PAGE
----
7 Tips for Better Barbecue from a BBQ Master
The days are long, the weather is warm … time to fire up the grill! We asked Myron Mixon—a.k.a. the winningest man in barbeque, who started cooking with his dad when he was just 9 and has earned a staggering 1800 trophies in his career—for some tips to help you nail it this barbecue season.
1. Do your research before barbecuing.
Barbecuing isn’t as easy as throwing some meat on a grill. “It is important to research and understand the process,” Mixon says. When he first started in competitions, he says, he had only trial and error to guide him, but now, there are many avenues available to the novice BBQ chef. “There is so much information out there,” he says. “Read cookbooks, take classes, search the Internet, watch shows. It will make you a better pitmaster.” It also helps to have a working knowledge of your equipment, so don't be afraid to read the user's manual!
2. Always prep before you barbecue.
“Prepping is very important in barbecuing,” Mixon says. It encompasses everything from selecting the cut and quality of your meat to how you cut up that meat to flavoring your future meal with seasoning and marinades. How well you prep, he says, directly translates to how delicious your meal is: “Great prep, great barbecue.”
3. Use a meat thermometer when you barbecue.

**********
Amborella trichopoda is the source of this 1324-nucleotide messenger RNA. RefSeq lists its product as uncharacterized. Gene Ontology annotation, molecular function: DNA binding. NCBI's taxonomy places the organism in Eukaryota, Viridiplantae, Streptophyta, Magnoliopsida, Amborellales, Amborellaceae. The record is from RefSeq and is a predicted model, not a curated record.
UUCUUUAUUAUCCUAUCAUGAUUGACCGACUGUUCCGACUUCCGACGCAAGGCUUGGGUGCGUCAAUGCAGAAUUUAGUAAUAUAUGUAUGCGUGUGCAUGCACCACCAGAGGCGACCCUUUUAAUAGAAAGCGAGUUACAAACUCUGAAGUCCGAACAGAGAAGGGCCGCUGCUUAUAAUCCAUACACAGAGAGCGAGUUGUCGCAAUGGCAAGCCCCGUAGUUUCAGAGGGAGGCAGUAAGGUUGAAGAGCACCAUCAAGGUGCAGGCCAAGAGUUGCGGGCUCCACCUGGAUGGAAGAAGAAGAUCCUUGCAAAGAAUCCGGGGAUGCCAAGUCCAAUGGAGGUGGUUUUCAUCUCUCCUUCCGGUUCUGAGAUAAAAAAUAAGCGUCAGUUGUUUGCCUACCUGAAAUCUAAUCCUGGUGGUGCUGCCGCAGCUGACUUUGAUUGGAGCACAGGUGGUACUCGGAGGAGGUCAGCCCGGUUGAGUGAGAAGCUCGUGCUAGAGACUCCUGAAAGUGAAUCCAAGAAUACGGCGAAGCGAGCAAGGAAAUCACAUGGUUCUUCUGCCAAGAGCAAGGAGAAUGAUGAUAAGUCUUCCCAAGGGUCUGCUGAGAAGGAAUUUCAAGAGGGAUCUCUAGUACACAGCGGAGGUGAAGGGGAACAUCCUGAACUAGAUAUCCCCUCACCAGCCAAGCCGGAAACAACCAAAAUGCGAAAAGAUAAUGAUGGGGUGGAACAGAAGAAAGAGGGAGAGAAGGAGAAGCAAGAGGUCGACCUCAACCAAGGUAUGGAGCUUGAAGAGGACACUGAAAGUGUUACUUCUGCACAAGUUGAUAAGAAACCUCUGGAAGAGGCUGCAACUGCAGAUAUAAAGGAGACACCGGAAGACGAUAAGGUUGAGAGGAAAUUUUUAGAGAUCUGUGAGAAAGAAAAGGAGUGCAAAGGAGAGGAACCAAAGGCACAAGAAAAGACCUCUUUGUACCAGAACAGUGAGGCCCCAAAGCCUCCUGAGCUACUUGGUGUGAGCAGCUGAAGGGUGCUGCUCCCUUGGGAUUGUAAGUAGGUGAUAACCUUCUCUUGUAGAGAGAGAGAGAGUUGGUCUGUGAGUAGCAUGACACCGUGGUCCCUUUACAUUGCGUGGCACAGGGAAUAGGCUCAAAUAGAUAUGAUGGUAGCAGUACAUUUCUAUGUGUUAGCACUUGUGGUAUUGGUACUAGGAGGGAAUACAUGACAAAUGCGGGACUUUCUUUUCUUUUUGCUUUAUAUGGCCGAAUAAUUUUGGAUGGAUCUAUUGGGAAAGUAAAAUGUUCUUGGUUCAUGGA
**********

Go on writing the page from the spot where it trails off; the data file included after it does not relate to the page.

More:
A meat thermometer is a must, for one very simple reason: “The most common mistake made in barbecuing is undercooking or overcooking,” Mixon says. “The best cooks use an internal meat thermometer to make sure the product is cooked perfectly.”
4. Pick the right sauce for your meat.
Mixon likes vinegar-based sauces on pork, mustard-based sauces on poultry, and tomato-based spicy sauce on beef. “[Avoid] any sauce that's so overpowering that it masks the natural flavor of the meat,” he says.
5. Don’t be afraid to experiment with flavors.
“A little twist to flavors for your barbecue can be as simple as adding puréed fresh fruit to the sauce before being applied to the meat,” Mixon says. He recommends things like blueberries, strawberries, and applesauce.
6. Keep your barbecue sides simple.
“For me, BBQ is a simple food with simple ingredients and the process is easy,” Mixon says. “My [side] dishes are the same.” He makes his mom’s fish slaw, which is made of coarse cut cabbage, diced tomatoes and onions, mayo, salt and pepper, and his peach BBQ beans, which he creates using baked beans, peach pie filling, and red bell peppers.
7. And remember, you’re the boss of your barbecue.
The one thing to remember when you’re making barbecue, Mixon says, is to “always cook and flavor the barbecue the way you, the pitmaster, like it. Your grill, your yard, your way.”